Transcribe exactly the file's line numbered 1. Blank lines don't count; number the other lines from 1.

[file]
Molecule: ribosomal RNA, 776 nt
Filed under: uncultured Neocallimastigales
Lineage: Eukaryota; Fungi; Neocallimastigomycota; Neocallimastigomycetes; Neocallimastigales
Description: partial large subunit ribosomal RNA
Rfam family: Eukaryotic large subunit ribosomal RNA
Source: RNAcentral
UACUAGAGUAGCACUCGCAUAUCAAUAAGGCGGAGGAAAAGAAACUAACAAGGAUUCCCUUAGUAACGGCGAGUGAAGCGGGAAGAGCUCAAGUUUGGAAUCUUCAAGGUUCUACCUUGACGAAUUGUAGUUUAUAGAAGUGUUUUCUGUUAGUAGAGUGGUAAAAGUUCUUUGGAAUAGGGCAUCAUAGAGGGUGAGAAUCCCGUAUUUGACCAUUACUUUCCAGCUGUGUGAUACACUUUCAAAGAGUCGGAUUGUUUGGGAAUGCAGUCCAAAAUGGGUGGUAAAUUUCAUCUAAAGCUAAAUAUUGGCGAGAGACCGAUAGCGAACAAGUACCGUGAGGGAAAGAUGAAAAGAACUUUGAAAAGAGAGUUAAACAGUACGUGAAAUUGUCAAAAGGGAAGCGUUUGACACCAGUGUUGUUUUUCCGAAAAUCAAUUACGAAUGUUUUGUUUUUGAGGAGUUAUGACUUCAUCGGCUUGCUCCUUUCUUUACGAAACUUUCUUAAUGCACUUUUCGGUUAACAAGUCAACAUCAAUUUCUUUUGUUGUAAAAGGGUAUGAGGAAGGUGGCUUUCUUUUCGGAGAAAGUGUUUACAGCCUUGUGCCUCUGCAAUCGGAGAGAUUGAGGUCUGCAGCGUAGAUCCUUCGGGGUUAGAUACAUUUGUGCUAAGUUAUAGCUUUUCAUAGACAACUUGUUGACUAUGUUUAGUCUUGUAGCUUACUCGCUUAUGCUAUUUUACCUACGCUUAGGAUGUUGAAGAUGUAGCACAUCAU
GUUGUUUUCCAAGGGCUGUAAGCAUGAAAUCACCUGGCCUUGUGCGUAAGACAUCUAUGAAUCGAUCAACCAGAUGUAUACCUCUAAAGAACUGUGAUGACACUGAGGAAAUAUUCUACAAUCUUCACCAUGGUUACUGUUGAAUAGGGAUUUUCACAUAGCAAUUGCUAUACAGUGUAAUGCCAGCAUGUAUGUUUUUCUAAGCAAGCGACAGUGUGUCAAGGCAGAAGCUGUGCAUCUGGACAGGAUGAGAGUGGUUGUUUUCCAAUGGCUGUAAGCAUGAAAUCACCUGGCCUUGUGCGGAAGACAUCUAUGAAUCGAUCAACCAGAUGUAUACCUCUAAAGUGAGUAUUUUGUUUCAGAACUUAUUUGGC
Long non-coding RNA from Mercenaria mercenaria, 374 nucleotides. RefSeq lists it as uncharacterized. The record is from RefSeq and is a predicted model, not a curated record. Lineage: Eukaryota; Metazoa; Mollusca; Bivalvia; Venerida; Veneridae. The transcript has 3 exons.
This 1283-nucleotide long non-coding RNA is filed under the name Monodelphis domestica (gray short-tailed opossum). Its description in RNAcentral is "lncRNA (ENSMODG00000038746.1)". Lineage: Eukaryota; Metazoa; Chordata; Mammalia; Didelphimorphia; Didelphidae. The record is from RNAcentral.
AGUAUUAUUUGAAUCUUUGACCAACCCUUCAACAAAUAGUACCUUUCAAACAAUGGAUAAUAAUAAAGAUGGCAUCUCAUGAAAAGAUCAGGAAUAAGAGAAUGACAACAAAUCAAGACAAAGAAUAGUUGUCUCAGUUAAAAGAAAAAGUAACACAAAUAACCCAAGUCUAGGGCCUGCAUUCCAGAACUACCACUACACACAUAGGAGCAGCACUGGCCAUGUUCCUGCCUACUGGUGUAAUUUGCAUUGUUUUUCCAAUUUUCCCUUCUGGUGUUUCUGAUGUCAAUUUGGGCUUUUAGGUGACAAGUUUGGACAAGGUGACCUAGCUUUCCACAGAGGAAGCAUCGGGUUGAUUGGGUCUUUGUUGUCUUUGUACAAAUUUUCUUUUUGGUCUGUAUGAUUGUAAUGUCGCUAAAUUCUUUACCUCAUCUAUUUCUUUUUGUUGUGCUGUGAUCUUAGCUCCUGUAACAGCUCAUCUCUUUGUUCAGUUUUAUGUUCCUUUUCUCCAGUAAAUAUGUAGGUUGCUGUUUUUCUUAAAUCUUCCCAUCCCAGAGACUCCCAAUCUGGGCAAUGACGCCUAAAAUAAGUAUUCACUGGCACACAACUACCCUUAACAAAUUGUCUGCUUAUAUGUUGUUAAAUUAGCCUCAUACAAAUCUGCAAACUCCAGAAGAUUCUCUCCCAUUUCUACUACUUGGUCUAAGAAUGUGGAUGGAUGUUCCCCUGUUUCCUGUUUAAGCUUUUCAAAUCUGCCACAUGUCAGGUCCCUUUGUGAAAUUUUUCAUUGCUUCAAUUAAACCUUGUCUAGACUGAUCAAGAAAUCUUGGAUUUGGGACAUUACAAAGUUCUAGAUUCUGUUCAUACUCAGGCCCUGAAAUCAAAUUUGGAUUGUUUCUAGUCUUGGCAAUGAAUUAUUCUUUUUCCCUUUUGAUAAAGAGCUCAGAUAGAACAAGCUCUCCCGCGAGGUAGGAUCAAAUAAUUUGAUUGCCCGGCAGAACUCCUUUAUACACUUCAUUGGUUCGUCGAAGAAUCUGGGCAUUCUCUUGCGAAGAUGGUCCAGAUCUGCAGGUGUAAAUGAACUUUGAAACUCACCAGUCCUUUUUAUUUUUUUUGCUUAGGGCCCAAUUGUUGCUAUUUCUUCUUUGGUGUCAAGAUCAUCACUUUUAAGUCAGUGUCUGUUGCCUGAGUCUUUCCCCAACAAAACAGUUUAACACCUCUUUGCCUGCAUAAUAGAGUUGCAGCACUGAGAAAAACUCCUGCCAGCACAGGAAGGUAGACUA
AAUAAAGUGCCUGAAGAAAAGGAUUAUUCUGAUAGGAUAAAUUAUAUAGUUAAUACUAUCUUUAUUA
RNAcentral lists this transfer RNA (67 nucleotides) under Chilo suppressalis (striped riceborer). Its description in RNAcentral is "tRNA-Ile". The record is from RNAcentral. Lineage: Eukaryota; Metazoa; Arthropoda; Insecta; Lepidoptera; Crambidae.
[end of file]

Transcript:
Molecule: ribosomal RNA, 776 nt